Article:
A rootdisk is a gzip-compressed RAMdisk image that is mounted as root(/) during the boot process. Currently, the rootdisk for the Sentry Firewall CD is around 16-18 MB in size, uncompressed.
It is, of course, possible to increase the size of the rootdisk to accommodate your needs. When you increase the size of this image you also need to increase the "ramdisk_size" parameter passed to the kernel at boot time by syslinux. This parameter can be adjusted either manually at the initial boot prompt or in the "isolinux.cfg" file kept in the isolinux directory on the CD. If the uncompressed ramdisk size is larger than this parameter, the boot process will not continue passed the loading of the kernel. That is, root(/) will never be mounted and you will get a kernel panic.
As of version 1.5.0-rc11 the Sentry Firewall CD utilizes a tmpfs file system for its root partition. The tmpfs file system, also known as "virtual memory file system" or "shm fs", provides two major advantages:
With this new development it is now possible to resize root(/) at configuration time(or any time afterward) without rebuilding the rootdisk or ISO. Please see the "root_size" and "add_swap" configuration directives for more details.
I use a script called 'mkrootdsk.sh'. This is a bash shell script that formats/mounts the disk image, and then creates or copies the files to the disk image as needed.
If you would like to attempt to use the mkrootdsk.sh script please be sure to read through it first, as it tends to be a bit hacky at times. It runs perfectly on my development system, but may not run well at all on yours. The output from the script should look something like the following:
Sentry Firewall CD-ROM: mkrootdsk.sh Copyright (C) Stephen A. Zarkos, Obsid@Sentry.net Ok, let's get to it... [+] Creating /root/rootdisk/root... Done. [+] Ok, starting to copy stuff to the rootdisk... [+] Making directories: root dev proc etc sbin bin lib mnt mnt1 mnt2 mnt3 mnt4 opt cdrom floppy tmp tmp/drivers var initrd... Done. [+] Copying /dev files... Done. [+] Working in /var... Done. [+] Working in /home... Done. [+] Working in /bin... Done. [+] Working in /sbin... Done. [+] Working in /lib... Done. [+] Working in /etc... Done. [+] Building drivers-2.4.tar.gz(network config support). [+] Using /cdrom/lib/modules/2.4.25GENERIC. [+] Tar/Gzipping /root/rootdisk/root... Done. [+] Zeroing out file: /root/rootdisk/initrd.img... Done. [+] Creating ext2 file system on /root/rootdisk/initrd.img... Done. [+] Mounting initrd.img on /root/rootdisk/mnt... Done. [+] Copying files to rootdisk... Done. [+] /root/rootdisk/initrd.img is still mounted, do you want me to unmount it? (y/n) y [+] Unmounting /root/rootdisk/mnt... Done. [+] Gzipping /root/rootdisk/initrd.img... Done. Location of new rootdisk --> /root/rootdisk/initrd.img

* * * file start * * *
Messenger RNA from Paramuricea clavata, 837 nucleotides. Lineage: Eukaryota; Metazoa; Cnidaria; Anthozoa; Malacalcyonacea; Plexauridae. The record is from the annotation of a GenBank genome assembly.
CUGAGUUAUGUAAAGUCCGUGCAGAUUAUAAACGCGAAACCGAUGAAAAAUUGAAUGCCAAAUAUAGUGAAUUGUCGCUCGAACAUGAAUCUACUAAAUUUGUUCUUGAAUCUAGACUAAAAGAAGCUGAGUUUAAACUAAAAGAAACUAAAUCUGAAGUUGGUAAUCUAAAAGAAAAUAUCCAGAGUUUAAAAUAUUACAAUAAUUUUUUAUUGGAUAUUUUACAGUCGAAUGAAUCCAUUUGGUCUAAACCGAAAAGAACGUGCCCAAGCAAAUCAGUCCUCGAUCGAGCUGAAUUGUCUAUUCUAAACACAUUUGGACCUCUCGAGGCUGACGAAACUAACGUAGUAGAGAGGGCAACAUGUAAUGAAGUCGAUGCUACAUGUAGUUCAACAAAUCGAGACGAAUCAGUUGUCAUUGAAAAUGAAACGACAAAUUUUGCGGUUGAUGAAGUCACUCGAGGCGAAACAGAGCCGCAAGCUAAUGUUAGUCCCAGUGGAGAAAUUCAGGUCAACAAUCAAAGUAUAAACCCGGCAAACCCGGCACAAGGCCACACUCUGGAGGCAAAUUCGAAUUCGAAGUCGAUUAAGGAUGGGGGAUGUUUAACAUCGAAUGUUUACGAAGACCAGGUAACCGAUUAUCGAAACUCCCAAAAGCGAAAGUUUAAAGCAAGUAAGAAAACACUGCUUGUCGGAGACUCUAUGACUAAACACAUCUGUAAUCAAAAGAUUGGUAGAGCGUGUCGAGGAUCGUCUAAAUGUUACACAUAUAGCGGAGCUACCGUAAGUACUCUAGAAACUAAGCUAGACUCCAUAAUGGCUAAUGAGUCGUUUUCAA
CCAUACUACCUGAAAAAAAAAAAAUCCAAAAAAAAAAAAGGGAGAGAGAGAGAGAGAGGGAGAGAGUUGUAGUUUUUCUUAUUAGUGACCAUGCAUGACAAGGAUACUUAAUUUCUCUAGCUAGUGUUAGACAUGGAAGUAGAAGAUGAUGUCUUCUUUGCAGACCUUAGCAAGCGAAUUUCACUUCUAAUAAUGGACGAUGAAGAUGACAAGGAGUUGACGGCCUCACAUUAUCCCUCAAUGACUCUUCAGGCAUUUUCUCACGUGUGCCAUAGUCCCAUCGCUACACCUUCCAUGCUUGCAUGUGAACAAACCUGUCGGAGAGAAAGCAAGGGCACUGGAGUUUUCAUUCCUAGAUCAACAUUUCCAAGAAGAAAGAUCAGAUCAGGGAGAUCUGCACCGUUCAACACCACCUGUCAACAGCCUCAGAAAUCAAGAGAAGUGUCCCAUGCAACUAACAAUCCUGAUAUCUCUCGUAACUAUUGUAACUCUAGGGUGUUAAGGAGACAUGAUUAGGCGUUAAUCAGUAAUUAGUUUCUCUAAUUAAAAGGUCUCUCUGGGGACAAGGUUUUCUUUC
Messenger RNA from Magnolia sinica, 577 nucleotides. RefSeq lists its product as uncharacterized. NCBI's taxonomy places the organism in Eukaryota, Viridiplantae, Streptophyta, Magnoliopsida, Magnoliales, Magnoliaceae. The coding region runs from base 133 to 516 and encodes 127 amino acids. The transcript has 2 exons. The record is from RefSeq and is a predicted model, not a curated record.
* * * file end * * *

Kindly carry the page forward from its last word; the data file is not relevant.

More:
The finished ramdisk image is then copied to the isolinux directory before creating the actual ISO image.
To look at and modify the initrd.img image, do something like the following:
blah@wherever:~$ cp /cdrom/isolinux/initrd.img /tmp/initrd.img.gz blah@wherever:~$ gzip -d /tmp/initrd.img.gz blah@wherever:~$ mount -o loop /tmp/initrd.img /MOUNT_POINT
You may then cd to /MOUNT_POINT and edit the files on the rootdisk. Once you are finished you can then unmount and gzip the initrd.img file and place it back in the isolinux directory.
The following are some notes about the layout and design of the rootdisk.